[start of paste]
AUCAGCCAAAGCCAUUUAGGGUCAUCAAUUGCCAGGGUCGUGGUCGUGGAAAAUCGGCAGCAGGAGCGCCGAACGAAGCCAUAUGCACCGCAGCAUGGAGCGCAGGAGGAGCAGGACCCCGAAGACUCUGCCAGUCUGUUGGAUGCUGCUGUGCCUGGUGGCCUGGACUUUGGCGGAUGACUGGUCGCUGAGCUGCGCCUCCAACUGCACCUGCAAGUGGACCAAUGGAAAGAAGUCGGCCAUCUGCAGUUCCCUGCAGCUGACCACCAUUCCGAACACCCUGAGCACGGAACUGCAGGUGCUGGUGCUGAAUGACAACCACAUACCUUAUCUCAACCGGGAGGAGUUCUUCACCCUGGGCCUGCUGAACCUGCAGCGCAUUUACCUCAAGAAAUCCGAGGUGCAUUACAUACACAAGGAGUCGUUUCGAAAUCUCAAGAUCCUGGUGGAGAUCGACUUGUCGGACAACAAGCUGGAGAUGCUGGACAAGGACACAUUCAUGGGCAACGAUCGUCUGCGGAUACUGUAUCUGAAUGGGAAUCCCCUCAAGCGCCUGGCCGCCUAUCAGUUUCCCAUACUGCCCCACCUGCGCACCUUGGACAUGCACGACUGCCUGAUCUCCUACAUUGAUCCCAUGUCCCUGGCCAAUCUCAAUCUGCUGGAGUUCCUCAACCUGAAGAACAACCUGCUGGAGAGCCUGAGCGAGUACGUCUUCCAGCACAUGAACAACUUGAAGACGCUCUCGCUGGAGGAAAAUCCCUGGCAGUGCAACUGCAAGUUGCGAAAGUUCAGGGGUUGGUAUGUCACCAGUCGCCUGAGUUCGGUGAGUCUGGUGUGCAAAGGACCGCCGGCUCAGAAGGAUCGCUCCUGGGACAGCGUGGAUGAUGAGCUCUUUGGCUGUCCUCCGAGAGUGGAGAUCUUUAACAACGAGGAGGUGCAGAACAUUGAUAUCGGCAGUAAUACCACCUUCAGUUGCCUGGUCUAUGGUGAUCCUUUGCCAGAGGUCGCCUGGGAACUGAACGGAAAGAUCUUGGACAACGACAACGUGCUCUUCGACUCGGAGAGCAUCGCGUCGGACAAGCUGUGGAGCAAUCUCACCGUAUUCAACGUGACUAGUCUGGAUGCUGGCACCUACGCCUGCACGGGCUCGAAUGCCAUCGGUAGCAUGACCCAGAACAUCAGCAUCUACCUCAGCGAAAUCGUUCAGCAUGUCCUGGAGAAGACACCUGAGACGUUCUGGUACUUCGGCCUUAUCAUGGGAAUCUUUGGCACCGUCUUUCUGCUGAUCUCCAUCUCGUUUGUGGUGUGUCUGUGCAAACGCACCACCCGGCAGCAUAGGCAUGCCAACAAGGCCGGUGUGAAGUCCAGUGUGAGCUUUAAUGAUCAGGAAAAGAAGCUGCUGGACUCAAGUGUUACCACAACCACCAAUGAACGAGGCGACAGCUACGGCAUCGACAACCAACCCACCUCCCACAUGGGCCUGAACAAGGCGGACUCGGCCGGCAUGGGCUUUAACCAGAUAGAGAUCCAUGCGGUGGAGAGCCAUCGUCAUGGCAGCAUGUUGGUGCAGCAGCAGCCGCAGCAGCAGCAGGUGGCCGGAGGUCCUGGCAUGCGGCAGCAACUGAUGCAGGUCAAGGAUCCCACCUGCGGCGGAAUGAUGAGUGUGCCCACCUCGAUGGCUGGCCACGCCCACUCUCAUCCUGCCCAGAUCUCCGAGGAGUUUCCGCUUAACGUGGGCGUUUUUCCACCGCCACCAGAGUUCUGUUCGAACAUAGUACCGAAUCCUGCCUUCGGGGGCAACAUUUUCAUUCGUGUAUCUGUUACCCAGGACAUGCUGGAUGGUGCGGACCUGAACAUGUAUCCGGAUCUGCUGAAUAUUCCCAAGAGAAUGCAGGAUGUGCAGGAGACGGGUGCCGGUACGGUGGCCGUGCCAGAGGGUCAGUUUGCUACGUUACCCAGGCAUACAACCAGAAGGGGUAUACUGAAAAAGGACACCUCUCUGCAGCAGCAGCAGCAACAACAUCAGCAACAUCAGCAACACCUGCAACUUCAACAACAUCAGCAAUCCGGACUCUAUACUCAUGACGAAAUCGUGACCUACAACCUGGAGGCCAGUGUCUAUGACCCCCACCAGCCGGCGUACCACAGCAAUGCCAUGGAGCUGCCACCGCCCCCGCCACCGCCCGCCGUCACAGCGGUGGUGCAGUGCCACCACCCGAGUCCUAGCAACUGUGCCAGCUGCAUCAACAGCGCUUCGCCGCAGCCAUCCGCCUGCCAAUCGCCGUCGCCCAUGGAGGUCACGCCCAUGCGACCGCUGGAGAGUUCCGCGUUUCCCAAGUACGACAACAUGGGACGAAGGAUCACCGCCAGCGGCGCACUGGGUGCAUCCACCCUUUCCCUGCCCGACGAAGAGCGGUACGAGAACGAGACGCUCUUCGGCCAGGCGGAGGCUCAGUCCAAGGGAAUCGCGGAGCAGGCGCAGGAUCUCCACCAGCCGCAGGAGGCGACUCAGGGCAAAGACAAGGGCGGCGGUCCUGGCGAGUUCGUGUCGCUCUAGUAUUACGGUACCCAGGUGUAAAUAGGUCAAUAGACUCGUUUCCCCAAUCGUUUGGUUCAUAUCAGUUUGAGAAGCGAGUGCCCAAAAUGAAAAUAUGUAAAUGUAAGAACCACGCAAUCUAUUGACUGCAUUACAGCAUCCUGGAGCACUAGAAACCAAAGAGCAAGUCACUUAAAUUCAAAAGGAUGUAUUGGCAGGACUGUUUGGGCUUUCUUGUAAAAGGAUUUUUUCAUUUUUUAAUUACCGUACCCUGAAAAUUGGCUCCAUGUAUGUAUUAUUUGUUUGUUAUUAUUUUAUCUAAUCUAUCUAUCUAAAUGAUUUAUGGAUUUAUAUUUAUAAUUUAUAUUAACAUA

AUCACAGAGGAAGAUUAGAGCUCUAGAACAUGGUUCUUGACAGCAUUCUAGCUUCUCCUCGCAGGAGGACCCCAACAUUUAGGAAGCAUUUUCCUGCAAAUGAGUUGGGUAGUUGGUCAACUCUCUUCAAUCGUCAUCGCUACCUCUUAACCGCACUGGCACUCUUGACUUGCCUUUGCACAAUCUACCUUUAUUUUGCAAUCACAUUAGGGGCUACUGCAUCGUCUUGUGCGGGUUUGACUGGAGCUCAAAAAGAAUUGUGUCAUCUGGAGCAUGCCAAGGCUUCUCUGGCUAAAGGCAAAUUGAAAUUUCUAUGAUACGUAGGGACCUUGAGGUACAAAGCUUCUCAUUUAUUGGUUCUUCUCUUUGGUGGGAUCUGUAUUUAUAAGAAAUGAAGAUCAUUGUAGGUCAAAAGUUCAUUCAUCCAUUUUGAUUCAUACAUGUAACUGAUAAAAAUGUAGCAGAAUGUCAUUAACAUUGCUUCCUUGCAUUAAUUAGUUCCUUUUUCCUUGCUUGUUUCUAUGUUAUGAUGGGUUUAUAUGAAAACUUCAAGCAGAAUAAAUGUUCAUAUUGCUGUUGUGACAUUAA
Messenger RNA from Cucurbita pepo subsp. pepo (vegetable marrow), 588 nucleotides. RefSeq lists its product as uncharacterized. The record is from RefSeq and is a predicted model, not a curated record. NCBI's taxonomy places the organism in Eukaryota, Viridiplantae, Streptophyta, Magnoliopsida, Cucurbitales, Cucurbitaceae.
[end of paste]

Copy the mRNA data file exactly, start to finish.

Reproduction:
AUCAGCCAAAGCCAUUUAGGGUCAUCAAUUGCCAGGGUCGUGGUCGUGGAAAAUCGGCAGCAGGAGCGCCGAACGAAGCCAUAUGCACCGCAGCAUGGAGCGCAGGAGGAGCAGGACCCCGAAGACUCUGCCAGUCUGUUGGAUGCUGCUGUGCCUGGUGGCCUGGACUUUGGCGGAUGACUGGUCGCUGAGCUGCGCCUCCAACUGCACCUGCAAGUGGACCAAUGGAAAGAAGUCGGCCAUCUGCAGUUCCCUGCAGCUGACCACCAUUCCGAACACCCUGAGCACGGAACUGCAGGUGCUGGUGCUGAAUGACAACCACAUACCUUAUCUCAACCGGGAGGAGUUCUUCACCCUGGGCCUGCUGAACCUGCAGCGCAUUUACCUCAAGAAAUCCGAGGUGCAUUACAUACACAAGGAGUCGUUUCGAAAUCUCAAGAUCCUGGUGGAGAUCGACUUGUCGGACAACAAGCUGGAGAUGCUGGACAAGGACACAUUCAUGGGCAACGAUCGUCUGCGGAUACUGUAUCUGAAUGGGAAUCCCCUCAAGCGCCUGGCCGCCUAUCAGUUUCCCAUACUGCCCCACCUGCGCACCUUGGACAUGCACGACUGCCUGAUCUCCUACAUUGAUCCCAUGUCCCUGGCCAAUCUCAAUCUGCUGGAGUUCCUCAACCUGAAGAACAACCUGCUGGAGAGCCUGAGCGAGUACGUCUUCCAGCACAUGAACAACUUGAAGACGCUCUCGCUGGAGGAAAAUCCCUGGCAGUGCAACUGCAAGUUGCGAAAGUUCAGGGGUUGGUAUGUCACCAGUCGCCUGAGUUCGGUGAGUCUGGUGUGCAAAGGACCGCCGGCUCAGAAGGAUCGCUCCUGGGACAGCGUGGAUGAUGAGCUCUUUGGCUGUCCUCCGAGAGUGGAGAUCUUUAACAACGAGGAGGUGCAGAACAUUGAUAUCGGCAGUAAUACCACCUUCAGUUGCCUGGUCUAUGGUGAUCCUUUGCCAGAGGUCGCCUGGGAACUGAACGGAAAGAUCUUGGACAACGACAACGUGCUCUUCGACUCGGAGAGCAUCGCGUCGGACAAGCUGUGGAGCAAUCUCACCGUAUUCAACGUGACUAGUCUGGAUGCUGGCACCUACGCCUGCACGGGCUCGAAUGCCAUCGGUAGCAUGACCCAGAACAUCAGCAUCUACCUCAGCGAAAUCGUUCAGCAUGUCCUGGAGAAGACACCUGAGACGUUCUGGUACUUCGGCCUUAUCAUGGGAAUCUUUGGCACCGUCUUUCUGCUGAUCUCCAUCUCGUUUGUGGUGUGUCUGUGCAAACGCACCACCCGGCAGCAUAGGCAUGCCAACAAGGCCGGUGUGAAGUCCAGUGUGAGCUUUAAUGAUCAGGAAAAGAAGCUGCUGGACUCAAGUGUUACCACAACCACCAAUGAACGAGGCGACAGCUACGGCAUCGACAACCAACCCACCUCCCACAUGGGCCUGAACAAGGCGGACUCGGCCGGCAUGGGCUUUAACCAGAUAGAGAUCCAUGCGGUGGAGAGCCAUCGUCAUGGCAGCAUGUUGGUGCAGCAGCAGCCGCAGCAGCAGCAGGUGGCCGGAGGUCCUGGCAUGCGGCAGCAACUGAUGCAGGUCAAGGAUCCCACCUGCGGCGGAAUGAUGAGUGUGCCCACCUCGAUGGCUGGCCACGCCCACUCUCAUCCUGCCCAGAUCUCCGAGGAGUUUCCGCUUAACGUGGGCGUUUUUCCACCGCCACCAGAGUUCUGUUCGAACAUAGUACCGAAUCCUGCCUUCGGGGGCAACAUUUUCAUUCGUGUAUCUGUUACCCAGGACAUGCUGGAUGGUGCGGACCUGAACAUGUAUCCGGAUCUGCUGAAUAUUCCCAAGAGAAUGCAGGAUGUGCAGGAGACGGGUGCCGGUACGGUGGCCGUGCCAGAGGGUCAGUUUGCUACGUUACCCAGGCAUACAACCAGAAGGGGUAUACUGAAAAAGGACACCUCUCUGCAGCAGCAGCAGCAACAACAUCAGCAACAUCAGCAACACCUGCAACUUCAACAACAUCAGCAAUCCGGACUCUAUACUCAUGACGAAAUCGUGACCUACAACCUGGAGGCCAGUGUCUAUGACCCCCACCAGCCGGCGUACCACAGCAAUGCCAUGGAGCUGCCACCGCCCCCGCCACCGCCCGCCGUCACAGCGGUGGUGCAGUGCCACCACCCGAGUCCUAGCAACUGUGCCAGCUGCAUCAACAGCGCUUCGCCGCAGCCAUCCGCCUGCCAAUCGCCGUCGCCCAUGGAGGUCACGCCCAUGCGACCGCUGGAGAGUUCCGCGUUUCCCAAGUACGACAACAUGGGACGAAGGAUCACCGCCAGCGGCGCACUGGGUGCAUCCACCCUUUCCCUGCCCGACGAAGAGCGGUACGAGAACGAGACGCUCUUCGGCCAGGCGGAGGCUCAGUCCAAGGGAAUCGCGGAGCAGGCGCAGGAUCUCCACCAGCCGCAGGAGGCGACUCAGGGCAAAGACAAGGGCGGCGGUCCUGGCGAGUUCGUGUCGCUCUAGUAUUACGGUACCCAGGUGUAAAUAGGUCAAUAGACUCGUUUCCCCAAUCGUUUGGUUCAUAUCAGUUUGAGAAGCGAGUGCCCAAAAUGAAAAUAUGUAAAUGUAAGAACCACGCAAUCUAUUGACUGCAUUACAGCAUCCUGGAGCACUAGAAACCAAAGAGCAAGUCACUUAAAUUCAAAAGGAUGUAUUGGCAGGACUGUUUGGGCUUUCUUGUAAAAGGAUUUUUUCAUUUUUUAAUUACCGUACCCUGAAAAUUGGCUCCAUGUAUGUAUUAUUUGUUUGUUAUUAUUUUAUCUAAUCUAUCUAUCUAAAUGAUUUAUGGAUUUAUAUUUAUAAUUUAUAUUAACAUA

AUCACAGAGGAAGAUUAGAGCUCUAGAACAUGGUUCUUGACAGCAUUCUAGCUUCUCCUCGCAGGAGGACCCCAACAUUUAGGAAGCAUUUUCCUGCAAAUGAGUUGGGUAGUUGGUCAACUCUCUUCAAUCGUCAUCGCUACCUCUUAACCGCACUGGCACUCUUGACUUGCCUUUGCACAAUCUACCUUUAUUUUGCAAUCACAUUAGGGGCUACUGCAUCGUCUUGUGCGGGUUUGACUGGAGCUCAAAAAGAAUUGUGUCAUCUGGAGCAUGCCAAGGCUUCUCUGGCUAAAGGCAAAUUGAAAUUUCUAUGAUACGUAGGGACCUUGAGGUACAAAGCUUCUCAUUUAUUGGUUCUUCUCUUUGGUGGGAUCUGUAUUUAUAAGAAAUGAAGAUCAUUGUAGGUCAAAAGUUCAUUCAUCCAUUUUGAUUCAUACAUGUAACUGAUAAAAAUGUAGCAGAAUGUCAUUAACAUUGCUUCCUUGCAUUAAUUAGUUCCUUUUUCCUUGCUUGUUUCUAUGUUAUGAUGGGUUUAUAUGAAAACUUCAAGCAGAAUAAAUGUUCAUAUUGCUGUUGUGACAUUAA
Messenger RNA from Cucurbita pepo subsp. pepo (vegetable marrow), 588 nucleotides. RefSeq lists its product as uncharacterized. The record is from RefSeq and is a predicted model, not a curated record. NCBI's taxonomy places the organism in Eukaryota, Viridiplantae, Streptophyta, Magnoliopsida, Cucurbitales, Cucurbitaceae.